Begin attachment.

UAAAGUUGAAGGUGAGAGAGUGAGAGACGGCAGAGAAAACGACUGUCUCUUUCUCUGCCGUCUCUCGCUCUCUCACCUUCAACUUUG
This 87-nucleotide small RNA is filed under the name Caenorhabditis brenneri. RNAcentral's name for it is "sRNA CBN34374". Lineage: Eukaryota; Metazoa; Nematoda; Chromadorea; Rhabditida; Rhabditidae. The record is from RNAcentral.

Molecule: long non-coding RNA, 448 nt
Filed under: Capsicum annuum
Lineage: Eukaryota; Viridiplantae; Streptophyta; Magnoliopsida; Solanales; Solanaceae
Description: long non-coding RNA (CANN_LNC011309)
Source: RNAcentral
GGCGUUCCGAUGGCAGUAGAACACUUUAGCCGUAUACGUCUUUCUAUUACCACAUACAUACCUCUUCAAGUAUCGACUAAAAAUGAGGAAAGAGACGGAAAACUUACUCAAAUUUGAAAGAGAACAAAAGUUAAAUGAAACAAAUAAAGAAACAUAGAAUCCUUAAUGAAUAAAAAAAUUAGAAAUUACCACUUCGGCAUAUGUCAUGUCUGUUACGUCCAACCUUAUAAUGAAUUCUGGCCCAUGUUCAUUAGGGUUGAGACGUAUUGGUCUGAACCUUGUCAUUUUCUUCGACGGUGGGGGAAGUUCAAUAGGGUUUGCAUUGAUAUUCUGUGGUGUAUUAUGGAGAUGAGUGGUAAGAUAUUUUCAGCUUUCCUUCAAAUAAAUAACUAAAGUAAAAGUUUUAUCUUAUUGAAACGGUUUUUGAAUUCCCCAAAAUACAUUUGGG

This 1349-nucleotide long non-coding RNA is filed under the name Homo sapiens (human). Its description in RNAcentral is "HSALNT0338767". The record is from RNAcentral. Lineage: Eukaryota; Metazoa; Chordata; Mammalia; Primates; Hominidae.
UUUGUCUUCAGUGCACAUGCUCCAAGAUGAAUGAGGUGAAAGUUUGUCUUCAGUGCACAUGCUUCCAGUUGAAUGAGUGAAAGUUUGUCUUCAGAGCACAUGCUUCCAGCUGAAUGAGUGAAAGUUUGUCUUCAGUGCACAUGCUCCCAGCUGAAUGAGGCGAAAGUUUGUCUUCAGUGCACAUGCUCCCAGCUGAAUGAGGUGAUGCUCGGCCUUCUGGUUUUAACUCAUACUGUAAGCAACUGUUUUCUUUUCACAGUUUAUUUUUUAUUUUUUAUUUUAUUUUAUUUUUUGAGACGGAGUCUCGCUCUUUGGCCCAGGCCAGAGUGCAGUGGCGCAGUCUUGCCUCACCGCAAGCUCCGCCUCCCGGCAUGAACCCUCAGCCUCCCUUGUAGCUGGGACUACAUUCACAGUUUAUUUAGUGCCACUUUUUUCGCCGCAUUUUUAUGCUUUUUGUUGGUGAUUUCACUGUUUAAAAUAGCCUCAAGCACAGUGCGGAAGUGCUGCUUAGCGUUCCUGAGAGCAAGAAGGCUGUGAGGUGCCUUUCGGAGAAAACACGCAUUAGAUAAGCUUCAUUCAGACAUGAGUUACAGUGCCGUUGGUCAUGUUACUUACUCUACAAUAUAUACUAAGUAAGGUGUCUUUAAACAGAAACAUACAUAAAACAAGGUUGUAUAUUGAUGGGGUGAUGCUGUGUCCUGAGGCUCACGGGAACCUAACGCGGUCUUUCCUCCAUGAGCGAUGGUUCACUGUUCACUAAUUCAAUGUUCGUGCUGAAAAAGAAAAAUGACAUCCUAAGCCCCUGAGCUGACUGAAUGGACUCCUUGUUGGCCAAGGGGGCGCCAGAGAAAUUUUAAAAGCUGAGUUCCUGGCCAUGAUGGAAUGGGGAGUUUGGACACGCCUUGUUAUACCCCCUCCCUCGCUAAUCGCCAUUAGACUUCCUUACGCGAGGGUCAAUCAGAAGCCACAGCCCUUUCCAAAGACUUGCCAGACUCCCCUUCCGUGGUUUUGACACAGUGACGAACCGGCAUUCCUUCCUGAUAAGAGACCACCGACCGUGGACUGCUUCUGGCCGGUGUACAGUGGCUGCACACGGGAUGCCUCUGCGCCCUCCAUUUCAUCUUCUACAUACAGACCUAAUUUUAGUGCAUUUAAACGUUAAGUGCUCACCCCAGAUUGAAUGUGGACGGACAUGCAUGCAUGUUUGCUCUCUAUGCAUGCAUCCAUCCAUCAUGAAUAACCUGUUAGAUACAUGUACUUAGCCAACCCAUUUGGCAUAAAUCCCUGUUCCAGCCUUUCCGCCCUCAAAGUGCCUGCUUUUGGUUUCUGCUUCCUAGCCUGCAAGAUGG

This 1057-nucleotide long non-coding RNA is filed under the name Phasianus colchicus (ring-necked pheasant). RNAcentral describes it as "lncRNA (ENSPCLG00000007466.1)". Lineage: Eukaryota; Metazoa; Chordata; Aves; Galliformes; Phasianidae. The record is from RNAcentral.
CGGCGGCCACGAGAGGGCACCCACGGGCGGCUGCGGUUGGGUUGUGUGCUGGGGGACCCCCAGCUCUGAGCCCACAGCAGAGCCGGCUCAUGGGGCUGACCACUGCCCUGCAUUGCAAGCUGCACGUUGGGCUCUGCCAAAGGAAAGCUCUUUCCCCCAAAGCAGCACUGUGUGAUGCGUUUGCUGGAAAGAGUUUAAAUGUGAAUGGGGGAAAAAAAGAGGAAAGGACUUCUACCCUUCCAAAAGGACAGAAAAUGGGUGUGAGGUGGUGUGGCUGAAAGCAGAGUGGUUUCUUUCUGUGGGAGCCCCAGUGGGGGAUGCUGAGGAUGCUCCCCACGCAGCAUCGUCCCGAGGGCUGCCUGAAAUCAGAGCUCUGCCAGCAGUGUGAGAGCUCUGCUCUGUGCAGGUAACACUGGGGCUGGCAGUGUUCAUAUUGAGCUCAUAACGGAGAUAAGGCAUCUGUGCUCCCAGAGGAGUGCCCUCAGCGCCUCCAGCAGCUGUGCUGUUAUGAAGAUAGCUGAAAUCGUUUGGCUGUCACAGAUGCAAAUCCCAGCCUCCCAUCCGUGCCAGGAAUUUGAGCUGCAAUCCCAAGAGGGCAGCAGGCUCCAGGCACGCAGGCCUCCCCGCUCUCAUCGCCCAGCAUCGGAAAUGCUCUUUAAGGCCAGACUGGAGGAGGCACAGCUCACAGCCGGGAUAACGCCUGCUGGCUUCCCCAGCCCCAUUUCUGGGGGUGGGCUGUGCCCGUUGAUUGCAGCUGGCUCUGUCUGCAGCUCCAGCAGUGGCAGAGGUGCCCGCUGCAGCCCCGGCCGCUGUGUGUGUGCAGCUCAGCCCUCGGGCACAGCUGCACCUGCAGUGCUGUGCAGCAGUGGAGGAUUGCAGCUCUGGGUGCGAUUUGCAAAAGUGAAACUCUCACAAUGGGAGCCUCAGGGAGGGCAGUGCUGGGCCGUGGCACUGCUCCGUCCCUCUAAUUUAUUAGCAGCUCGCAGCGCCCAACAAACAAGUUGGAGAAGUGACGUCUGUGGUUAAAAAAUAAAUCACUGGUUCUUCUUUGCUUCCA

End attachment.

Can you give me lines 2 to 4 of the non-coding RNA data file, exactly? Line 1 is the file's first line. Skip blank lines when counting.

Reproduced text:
This 87-nucleotide small RNA is filed under the name Caenorhabditis brenneri. RNAcentral's name for it is "sRNA CBN34374". Lineage: Eukaryota; Metazoa; Nematoda; Chromadorea; Rhabditida; Rhabditidae. The record is from RNAcentral.

Molecule: long non-coding RNA, 448 nt
Filed under: Capsicum annuum